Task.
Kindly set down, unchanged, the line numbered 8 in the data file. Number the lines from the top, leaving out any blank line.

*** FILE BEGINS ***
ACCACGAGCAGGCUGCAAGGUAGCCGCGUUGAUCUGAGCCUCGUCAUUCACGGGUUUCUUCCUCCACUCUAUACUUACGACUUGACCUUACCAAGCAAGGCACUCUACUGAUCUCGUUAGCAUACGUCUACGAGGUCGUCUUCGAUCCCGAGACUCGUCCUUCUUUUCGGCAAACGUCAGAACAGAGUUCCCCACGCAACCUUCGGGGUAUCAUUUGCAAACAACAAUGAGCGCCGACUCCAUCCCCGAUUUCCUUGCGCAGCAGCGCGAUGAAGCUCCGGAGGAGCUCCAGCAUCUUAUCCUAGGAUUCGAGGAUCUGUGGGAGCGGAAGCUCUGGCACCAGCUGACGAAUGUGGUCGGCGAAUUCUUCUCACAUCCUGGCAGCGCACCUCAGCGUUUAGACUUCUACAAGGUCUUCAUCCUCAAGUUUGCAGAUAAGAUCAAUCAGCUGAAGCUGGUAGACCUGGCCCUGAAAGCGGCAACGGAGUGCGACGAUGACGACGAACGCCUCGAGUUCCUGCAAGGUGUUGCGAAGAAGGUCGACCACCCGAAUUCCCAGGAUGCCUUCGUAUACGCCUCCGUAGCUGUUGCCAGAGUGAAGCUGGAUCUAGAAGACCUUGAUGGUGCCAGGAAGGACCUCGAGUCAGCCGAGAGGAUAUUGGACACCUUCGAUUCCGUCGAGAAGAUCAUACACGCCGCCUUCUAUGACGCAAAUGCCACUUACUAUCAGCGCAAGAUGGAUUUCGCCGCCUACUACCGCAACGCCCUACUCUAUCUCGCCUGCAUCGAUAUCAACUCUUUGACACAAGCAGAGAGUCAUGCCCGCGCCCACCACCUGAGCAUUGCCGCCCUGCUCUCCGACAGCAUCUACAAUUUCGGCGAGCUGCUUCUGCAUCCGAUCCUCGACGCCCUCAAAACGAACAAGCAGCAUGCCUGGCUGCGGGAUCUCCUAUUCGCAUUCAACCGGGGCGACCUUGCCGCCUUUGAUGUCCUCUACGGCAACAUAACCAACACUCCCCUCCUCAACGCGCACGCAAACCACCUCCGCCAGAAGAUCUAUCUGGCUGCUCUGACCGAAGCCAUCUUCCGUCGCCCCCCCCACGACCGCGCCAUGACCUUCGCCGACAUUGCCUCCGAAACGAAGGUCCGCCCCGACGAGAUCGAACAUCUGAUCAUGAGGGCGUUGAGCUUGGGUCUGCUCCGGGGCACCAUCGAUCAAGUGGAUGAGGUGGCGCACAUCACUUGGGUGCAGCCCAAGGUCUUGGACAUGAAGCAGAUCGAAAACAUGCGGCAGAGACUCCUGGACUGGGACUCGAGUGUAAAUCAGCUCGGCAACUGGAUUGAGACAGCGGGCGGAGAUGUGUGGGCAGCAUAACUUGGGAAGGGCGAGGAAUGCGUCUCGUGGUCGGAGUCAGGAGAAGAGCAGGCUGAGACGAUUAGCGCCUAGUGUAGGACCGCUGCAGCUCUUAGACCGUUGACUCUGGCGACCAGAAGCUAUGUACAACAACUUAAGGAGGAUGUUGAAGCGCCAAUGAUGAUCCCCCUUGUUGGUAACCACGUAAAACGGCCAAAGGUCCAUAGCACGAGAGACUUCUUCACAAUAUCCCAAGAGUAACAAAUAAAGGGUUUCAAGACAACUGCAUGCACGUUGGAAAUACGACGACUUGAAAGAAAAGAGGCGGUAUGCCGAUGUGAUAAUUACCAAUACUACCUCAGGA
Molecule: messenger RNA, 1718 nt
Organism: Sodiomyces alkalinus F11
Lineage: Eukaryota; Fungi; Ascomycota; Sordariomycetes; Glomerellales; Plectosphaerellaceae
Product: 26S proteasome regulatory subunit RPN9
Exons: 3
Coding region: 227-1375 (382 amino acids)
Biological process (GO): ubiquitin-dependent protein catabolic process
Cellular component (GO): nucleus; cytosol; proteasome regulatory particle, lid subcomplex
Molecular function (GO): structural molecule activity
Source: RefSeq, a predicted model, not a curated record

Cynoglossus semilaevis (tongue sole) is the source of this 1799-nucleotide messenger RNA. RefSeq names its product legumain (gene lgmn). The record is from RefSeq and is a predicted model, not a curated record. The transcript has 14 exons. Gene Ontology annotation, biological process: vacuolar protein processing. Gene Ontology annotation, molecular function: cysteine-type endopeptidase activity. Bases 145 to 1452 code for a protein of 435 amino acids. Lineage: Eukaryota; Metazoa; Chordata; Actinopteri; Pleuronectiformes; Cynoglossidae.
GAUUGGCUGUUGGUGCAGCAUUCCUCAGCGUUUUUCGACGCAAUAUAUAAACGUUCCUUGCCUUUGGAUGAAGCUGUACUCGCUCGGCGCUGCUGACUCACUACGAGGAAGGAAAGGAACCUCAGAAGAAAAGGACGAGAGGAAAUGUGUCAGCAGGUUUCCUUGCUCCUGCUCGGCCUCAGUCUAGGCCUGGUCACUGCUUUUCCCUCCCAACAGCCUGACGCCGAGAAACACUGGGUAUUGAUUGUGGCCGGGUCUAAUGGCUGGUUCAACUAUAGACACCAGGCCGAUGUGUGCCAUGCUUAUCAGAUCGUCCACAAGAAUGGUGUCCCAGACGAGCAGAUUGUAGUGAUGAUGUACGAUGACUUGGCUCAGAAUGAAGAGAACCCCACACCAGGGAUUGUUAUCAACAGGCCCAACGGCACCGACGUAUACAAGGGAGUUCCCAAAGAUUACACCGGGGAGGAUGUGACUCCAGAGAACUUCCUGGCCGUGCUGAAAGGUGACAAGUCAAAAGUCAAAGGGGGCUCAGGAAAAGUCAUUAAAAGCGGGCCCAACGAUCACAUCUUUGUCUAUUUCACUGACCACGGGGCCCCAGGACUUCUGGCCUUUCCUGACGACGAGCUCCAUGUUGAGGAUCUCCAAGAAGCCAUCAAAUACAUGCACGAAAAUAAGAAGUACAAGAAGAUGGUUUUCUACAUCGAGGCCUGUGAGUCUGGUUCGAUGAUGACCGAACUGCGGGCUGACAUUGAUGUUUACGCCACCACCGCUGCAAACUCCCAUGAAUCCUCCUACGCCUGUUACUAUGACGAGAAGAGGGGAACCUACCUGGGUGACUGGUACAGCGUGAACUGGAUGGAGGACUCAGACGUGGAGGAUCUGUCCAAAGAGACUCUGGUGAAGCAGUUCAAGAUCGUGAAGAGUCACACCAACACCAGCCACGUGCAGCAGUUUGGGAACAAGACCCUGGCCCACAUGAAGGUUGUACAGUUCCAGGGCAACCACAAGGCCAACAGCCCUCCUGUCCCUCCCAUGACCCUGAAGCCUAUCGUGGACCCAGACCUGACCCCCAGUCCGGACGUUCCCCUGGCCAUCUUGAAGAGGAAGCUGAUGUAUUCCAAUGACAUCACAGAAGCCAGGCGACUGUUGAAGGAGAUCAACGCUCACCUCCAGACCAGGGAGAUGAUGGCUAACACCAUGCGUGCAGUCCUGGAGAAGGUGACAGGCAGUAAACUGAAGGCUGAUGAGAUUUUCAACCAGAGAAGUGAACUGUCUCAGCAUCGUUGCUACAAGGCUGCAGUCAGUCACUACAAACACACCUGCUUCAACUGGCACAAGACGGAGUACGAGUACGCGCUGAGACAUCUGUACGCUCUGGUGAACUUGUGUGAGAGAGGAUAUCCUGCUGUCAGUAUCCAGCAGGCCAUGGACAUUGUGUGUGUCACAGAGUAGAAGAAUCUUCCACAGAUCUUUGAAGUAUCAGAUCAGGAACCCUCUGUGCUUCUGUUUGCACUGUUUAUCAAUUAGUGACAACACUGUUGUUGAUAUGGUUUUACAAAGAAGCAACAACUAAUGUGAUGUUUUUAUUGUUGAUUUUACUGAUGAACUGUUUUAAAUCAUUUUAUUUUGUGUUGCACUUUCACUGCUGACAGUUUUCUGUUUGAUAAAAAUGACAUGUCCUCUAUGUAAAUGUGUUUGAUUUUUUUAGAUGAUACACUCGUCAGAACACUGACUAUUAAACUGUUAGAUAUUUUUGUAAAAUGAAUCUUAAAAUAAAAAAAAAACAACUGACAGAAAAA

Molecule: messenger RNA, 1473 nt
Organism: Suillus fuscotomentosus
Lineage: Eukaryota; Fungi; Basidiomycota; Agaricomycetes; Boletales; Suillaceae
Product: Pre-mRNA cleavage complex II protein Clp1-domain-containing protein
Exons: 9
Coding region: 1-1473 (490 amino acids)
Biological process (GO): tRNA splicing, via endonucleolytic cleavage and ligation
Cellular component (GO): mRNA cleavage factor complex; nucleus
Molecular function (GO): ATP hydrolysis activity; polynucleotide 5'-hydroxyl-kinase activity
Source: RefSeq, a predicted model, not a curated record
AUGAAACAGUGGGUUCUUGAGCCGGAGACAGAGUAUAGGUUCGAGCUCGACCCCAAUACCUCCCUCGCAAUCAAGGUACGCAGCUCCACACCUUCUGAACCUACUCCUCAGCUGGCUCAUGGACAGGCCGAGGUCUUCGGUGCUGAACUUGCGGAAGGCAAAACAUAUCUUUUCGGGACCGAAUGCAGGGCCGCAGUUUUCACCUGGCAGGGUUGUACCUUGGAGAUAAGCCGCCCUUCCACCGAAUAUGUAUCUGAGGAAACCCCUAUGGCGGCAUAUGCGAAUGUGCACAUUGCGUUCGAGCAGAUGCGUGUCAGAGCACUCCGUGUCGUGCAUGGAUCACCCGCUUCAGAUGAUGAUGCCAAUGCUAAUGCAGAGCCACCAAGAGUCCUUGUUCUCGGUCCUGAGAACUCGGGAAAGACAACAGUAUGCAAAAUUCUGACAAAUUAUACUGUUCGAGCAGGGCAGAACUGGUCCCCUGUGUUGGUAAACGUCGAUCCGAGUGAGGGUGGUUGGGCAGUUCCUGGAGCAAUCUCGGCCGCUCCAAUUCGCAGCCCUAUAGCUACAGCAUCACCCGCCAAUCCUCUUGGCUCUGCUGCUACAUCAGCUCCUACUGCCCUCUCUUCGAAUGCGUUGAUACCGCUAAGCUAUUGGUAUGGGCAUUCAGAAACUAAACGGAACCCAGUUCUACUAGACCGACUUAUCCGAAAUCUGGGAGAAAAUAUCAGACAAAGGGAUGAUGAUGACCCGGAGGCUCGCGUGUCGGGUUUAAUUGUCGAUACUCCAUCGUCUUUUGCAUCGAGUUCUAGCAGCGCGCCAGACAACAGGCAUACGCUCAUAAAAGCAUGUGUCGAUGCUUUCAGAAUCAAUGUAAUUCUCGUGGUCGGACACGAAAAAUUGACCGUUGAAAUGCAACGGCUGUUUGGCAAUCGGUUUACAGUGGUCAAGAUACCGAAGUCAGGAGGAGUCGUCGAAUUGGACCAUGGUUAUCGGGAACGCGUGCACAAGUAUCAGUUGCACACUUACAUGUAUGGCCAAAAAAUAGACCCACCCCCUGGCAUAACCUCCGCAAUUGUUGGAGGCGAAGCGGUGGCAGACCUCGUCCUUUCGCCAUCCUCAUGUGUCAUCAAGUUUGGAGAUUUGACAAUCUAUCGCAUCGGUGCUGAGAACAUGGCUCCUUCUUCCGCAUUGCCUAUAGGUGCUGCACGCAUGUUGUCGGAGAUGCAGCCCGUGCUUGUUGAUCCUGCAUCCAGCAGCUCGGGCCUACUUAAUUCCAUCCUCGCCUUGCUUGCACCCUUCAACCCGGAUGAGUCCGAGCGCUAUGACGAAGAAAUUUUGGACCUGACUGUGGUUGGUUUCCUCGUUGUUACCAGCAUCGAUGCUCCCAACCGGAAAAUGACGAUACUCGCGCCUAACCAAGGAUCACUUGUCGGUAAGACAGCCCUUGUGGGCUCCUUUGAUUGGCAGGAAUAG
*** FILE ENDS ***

Biological process (GO): ubiquitin-dependent protein catabolic process